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Nitrite & Amonia Issue

Indiana OCHO

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Oct 12, 2006
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48
OK

I have a 30 gallon aquarium that has been running for three months. I put an inch and a half of live sand in it. It has only one starfish and a handfull of olive snails. However even with three times the required filtration wet/dry, biological etc it has a Nitrite issue. Two weeks ago I did a 25% partial and the problem is still there. Nitrite is registering about 1.0. The Amonia is .6 I had really hoped it would be all clear and ready to roll by now.

I am not using a protien skimmer and plan to add one because it is the only thing I can think to do.

The thing is I have run the very same system many times and set it up for others without this problem and without the skimmer. I like to keep things as simple as possible because it leaves less room for something to breakdown and cause trouble.

I welcome your input, please help me brainstorm this one. :banghead:
 

DHyslop

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Dec 22, 2004
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This sounds like an interesting problem. Have you added any livestock recently? Have you gone over all your live rock to make sure nothing substantial climbed into a hole and died?

An adequate population of nitrifying bacteria should be in place within three weeks, much less three months. To get to the bottom of this some detailed information might help: do you keep a log of everything you do to the tank? My wishlist for information would be a) when everything (rock, sand, livestock, filters, water change, everything) was added and b) the results of every single water test and when they were done.

Although I suggest having a protein skimmer, if it fixed this problem I think it would be doing it as a band-aid, because there's something anomalous going on: the biological filtration should be working just fine in the absense of a skimmer.

Dan
 

Indiana OCHO

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I am sorry to say that I did not log my results but that I first noticed the problem two weeks ago. I did a 25% partial and I waited. Next test was two days later and still the same. I have 1 to 1.5 inches of sand and only about three pounds of live rock. Yesterday I did a 50% partial using water from an established aquarium. The replacement water tested 0 for nitrite and amonia. I also added a protien skimmer that is for a 50 gallon aquarium and another biological filter. I removed some of the base rock just in case something was dead in it. I just tested and it is still as bad. Amonia is a bit better maybe between .1 and .3 but Nitrite is between .8 and 1.6.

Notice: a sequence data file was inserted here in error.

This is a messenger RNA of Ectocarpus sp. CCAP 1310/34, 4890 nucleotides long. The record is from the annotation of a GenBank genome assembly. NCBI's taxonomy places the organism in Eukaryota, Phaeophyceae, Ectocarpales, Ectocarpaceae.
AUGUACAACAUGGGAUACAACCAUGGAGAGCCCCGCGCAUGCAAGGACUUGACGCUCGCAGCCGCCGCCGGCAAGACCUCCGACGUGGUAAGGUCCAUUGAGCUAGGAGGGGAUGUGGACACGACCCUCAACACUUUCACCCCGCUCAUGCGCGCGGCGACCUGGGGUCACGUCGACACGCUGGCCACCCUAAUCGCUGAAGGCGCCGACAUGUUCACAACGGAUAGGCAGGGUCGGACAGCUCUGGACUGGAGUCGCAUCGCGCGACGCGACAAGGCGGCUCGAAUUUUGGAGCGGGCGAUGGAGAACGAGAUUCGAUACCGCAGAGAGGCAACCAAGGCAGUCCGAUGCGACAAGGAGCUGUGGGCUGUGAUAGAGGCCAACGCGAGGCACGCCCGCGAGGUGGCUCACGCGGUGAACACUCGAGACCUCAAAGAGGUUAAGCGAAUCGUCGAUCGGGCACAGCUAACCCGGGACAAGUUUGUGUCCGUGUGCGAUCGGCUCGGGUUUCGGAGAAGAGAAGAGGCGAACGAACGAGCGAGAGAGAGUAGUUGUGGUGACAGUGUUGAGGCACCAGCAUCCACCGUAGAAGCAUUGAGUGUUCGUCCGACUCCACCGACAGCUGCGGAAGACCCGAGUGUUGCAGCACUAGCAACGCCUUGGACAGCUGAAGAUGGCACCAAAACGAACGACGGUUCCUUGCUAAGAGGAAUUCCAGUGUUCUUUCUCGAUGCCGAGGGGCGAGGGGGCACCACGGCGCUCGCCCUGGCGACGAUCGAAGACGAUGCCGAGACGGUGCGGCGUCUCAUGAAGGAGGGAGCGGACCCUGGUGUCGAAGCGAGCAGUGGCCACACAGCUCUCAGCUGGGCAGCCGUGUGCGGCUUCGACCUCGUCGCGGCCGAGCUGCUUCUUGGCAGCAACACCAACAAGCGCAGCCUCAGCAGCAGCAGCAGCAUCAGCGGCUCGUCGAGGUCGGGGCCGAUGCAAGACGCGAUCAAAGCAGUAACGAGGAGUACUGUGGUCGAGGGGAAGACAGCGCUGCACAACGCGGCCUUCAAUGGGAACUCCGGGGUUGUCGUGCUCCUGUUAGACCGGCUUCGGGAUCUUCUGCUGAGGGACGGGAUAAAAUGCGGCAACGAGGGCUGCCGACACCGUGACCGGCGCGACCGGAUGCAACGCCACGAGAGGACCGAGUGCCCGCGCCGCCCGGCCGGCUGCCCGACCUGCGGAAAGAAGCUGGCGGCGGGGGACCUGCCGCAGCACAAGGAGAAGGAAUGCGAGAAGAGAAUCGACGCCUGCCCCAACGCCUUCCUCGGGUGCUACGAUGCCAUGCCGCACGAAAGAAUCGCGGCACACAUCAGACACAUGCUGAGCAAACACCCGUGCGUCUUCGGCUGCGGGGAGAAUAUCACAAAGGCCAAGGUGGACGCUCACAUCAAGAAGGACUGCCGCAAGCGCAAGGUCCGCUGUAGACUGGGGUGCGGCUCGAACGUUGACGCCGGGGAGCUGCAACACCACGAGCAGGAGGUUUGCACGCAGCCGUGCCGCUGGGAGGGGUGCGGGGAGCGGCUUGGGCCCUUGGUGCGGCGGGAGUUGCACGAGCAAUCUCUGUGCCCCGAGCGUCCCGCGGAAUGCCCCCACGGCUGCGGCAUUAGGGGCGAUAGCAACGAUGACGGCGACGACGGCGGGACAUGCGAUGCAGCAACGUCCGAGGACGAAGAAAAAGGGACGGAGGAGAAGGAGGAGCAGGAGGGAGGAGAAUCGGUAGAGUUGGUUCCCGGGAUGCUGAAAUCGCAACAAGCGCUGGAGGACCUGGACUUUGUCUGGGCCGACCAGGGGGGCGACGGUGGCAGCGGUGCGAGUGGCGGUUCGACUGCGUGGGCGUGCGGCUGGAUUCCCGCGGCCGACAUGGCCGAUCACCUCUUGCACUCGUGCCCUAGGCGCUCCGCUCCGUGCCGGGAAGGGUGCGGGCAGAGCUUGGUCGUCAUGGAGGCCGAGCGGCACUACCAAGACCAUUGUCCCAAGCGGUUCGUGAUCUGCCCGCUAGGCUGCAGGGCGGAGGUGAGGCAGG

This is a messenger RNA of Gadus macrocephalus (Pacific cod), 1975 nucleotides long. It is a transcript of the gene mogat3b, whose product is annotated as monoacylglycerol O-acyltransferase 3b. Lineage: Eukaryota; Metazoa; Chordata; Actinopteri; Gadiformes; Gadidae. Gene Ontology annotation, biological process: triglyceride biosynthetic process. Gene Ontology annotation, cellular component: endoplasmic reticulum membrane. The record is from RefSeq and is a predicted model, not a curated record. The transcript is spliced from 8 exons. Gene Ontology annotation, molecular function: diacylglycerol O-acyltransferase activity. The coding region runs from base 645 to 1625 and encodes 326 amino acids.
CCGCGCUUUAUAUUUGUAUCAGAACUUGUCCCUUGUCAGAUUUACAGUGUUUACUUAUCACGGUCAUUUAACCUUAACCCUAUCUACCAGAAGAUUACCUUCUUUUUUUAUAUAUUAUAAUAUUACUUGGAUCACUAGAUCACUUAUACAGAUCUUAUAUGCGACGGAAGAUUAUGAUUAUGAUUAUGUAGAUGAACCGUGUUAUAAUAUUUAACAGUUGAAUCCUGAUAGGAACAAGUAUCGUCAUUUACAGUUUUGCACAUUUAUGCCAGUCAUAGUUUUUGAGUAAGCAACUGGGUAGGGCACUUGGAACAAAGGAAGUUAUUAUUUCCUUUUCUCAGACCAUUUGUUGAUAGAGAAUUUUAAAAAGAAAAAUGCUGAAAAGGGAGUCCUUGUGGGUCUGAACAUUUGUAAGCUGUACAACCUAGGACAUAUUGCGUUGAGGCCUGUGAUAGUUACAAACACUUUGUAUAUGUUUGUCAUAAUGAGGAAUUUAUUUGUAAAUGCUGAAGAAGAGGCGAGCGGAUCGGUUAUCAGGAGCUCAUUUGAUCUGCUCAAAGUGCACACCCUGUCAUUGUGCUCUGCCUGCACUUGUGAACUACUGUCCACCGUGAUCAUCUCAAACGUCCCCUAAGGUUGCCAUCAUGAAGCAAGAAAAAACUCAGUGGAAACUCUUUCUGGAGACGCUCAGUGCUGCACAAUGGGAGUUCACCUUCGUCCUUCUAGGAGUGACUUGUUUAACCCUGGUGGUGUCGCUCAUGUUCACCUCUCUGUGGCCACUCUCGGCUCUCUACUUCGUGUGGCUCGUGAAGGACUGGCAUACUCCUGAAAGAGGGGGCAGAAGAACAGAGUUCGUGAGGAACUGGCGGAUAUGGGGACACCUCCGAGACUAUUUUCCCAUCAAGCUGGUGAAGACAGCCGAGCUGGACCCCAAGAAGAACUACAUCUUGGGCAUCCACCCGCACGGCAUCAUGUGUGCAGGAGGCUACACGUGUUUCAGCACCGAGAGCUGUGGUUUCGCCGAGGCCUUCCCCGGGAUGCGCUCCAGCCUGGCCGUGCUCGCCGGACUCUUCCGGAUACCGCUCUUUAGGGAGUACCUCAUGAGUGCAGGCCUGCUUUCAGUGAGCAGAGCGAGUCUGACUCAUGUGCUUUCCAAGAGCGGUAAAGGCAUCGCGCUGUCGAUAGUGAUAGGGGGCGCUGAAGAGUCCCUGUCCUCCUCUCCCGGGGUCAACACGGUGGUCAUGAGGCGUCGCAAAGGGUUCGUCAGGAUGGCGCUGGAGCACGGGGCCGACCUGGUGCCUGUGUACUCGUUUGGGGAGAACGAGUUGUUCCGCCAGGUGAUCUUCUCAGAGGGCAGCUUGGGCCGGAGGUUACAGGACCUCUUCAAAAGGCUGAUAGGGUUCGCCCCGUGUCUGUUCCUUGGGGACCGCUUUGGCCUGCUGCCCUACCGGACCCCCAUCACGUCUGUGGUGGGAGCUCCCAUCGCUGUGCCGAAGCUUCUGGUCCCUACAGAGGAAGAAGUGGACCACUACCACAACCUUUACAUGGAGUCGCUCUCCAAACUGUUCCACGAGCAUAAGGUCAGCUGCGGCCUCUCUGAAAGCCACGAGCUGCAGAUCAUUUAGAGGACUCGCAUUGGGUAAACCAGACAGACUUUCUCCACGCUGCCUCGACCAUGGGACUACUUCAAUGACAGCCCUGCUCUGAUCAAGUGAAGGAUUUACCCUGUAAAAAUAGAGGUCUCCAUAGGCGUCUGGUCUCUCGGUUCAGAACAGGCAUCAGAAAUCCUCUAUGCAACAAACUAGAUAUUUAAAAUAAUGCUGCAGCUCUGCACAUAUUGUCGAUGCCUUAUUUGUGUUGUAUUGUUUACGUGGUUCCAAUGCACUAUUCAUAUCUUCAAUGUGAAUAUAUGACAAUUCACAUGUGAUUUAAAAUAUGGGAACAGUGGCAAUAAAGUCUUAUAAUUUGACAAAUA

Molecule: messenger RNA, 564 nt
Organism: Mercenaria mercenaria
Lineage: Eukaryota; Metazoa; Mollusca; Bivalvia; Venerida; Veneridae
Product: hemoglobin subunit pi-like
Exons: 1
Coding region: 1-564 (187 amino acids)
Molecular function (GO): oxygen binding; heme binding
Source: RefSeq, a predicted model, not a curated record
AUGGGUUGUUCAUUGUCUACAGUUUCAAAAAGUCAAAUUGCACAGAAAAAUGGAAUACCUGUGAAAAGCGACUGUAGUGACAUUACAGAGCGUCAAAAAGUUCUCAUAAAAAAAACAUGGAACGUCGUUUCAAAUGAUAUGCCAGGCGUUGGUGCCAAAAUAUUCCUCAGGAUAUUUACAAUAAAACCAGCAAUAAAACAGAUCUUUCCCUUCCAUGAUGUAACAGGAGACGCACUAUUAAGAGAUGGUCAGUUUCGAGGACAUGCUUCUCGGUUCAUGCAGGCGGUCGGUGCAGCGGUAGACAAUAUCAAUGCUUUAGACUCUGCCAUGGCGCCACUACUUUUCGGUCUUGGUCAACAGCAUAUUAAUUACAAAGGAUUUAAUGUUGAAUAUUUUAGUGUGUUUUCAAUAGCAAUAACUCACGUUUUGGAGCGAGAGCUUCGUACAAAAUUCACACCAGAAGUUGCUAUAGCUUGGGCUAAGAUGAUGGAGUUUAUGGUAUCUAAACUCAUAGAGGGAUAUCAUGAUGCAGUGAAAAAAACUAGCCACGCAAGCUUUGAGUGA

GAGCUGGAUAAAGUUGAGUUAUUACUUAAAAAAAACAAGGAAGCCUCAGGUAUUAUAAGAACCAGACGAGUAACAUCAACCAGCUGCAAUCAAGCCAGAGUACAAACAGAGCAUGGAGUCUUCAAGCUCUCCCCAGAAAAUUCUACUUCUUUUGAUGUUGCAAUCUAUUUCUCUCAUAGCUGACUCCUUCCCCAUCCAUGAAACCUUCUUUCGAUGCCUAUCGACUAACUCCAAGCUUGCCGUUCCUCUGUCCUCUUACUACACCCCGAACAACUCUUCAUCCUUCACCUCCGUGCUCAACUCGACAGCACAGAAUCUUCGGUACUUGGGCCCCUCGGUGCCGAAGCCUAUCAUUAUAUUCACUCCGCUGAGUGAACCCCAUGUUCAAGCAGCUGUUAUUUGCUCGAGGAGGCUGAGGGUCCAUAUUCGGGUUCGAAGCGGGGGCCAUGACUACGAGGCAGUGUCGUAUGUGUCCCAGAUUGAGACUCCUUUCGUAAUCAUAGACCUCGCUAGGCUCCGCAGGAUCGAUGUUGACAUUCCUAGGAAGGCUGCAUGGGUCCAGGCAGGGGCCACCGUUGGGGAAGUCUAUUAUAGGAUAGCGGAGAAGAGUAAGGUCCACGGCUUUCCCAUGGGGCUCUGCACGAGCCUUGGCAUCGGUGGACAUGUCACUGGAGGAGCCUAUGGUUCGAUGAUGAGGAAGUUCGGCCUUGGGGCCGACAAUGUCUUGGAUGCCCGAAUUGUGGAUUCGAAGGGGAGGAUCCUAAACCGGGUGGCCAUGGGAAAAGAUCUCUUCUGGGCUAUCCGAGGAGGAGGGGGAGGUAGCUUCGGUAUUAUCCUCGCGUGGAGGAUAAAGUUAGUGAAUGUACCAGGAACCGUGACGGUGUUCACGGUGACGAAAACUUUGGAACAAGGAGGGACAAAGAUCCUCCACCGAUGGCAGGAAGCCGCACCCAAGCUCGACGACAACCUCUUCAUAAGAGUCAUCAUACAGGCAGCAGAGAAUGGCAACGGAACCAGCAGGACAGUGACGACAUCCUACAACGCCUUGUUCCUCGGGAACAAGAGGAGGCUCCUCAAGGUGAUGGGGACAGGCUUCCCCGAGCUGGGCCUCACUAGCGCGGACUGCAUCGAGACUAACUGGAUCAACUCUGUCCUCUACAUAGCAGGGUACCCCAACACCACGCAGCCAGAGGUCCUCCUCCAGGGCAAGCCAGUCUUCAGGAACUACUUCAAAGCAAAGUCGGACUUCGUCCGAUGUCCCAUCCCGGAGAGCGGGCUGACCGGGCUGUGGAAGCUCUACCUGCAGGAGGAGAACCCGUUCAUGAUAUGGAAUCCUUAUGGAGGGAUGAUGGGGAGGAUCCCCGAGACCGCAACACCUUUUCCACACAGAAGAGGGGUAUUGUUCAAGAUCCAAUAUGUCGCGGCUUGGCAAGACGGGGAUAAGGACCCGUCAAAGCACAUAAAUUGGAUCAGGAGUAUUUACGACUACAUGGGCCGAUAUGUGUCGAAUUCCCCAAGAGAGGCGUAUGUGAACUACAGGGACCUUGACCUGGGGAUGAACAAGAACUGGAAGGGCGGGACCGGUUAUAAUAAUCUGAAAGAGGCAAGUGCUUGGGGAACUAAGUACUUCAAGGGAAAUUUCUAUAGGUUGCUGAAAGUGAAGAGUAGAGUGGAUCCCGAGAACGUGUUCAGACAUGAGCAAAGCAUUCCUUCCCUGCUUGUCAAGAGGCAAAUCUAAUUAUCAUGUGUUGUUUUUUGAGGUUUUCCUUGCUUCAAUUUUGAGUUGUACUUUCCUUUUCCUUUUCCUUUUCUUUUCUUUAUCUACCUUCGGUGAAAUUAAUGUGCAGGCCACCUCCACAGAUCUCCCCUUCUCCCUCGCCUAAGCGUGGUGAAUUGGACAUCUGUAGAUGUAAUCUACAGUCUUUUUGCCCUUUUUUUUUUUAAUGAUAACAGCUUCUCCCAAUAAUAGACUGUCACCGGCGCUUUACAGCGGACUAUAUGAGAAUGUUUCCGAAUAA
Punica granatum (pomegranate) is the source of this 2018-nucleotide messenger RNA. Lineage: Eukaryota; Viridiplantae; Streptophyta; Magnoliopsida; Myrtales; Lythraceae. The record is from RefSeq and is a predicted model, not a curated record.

Should I do another water change? Should I do anything? I have a 55 gallon that the water tests fine in should I switch out all the water. Should I go buy live rock? Is there a fast way to fix this or do I just have to ride it out? I sure welcome your ideas because I am truly stumped. All livestock is accounted for.
 

DHyslop

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My best guess is you're having a very long drawn out cycle: you've got a big wet/dry, but not enough LR to provide a bacterial "seed." If this is correct, every water change just draws out the process a little longer. I'd go and pick up a bunch of live rock and ride it out.

Dan
 

Indiana OCHO

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Thanks, I wondered about the water changing myself, but that is what someone else suggested, and at least it was from an established tank. I will add some LR tomorrow and ride it out. It can't last forever. Thanks again, confusion loves company you know.
 

scolopes

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Nov 16, 2006
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When I was establishing my biofilters, I found it helpful to dose them with ammonium chloride so that they had a source of ammonia while they were growing (I think it was something like 2 mls of a .1M solution per 50 gallons every day.) this may speed up your process
 
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I would suggest grabbing some sand/filter media/live rock from that established tank. What your tank seems to need is the bacteria to seed it properly. I wouldn't use "new" live rock, because some of the curing processes take out alot of life from the rock.

What fish do you have in the tank? If you only have the inverts I would add a single cocktail shrimp. That will spike your ammonia to give the nitrite bacteria plenty of food. You can take out the decaying shimp and do a water change before adding any fish or cephs. This will remove the ammonia supply immediatly, which your livestock will replace. The worst thing would be to not have enough ammonia being generated and having another spike when you add your ceph.
 

Indiana OCHO

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Thanks. I keep testing and no change. I will try adding the shrimp and dosing with amonia if that doesn't work. Never have I experienced a cycle or lack of cycle like this one.
 
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Maybe it's your test kit? Could you take it to a LFS and have them test it? It's the only thing I can think of at this moment...
 

Indiana OCHO

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Oct 12, 2006
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I wish it was the test kit, but I tested some water from the pet store and it was perfect. Anyway thanks for the shrimp idea. The amonia is coming up which means the nitrite should start going down soon. I had not thought of adding amonia. Thanks for the help.
 

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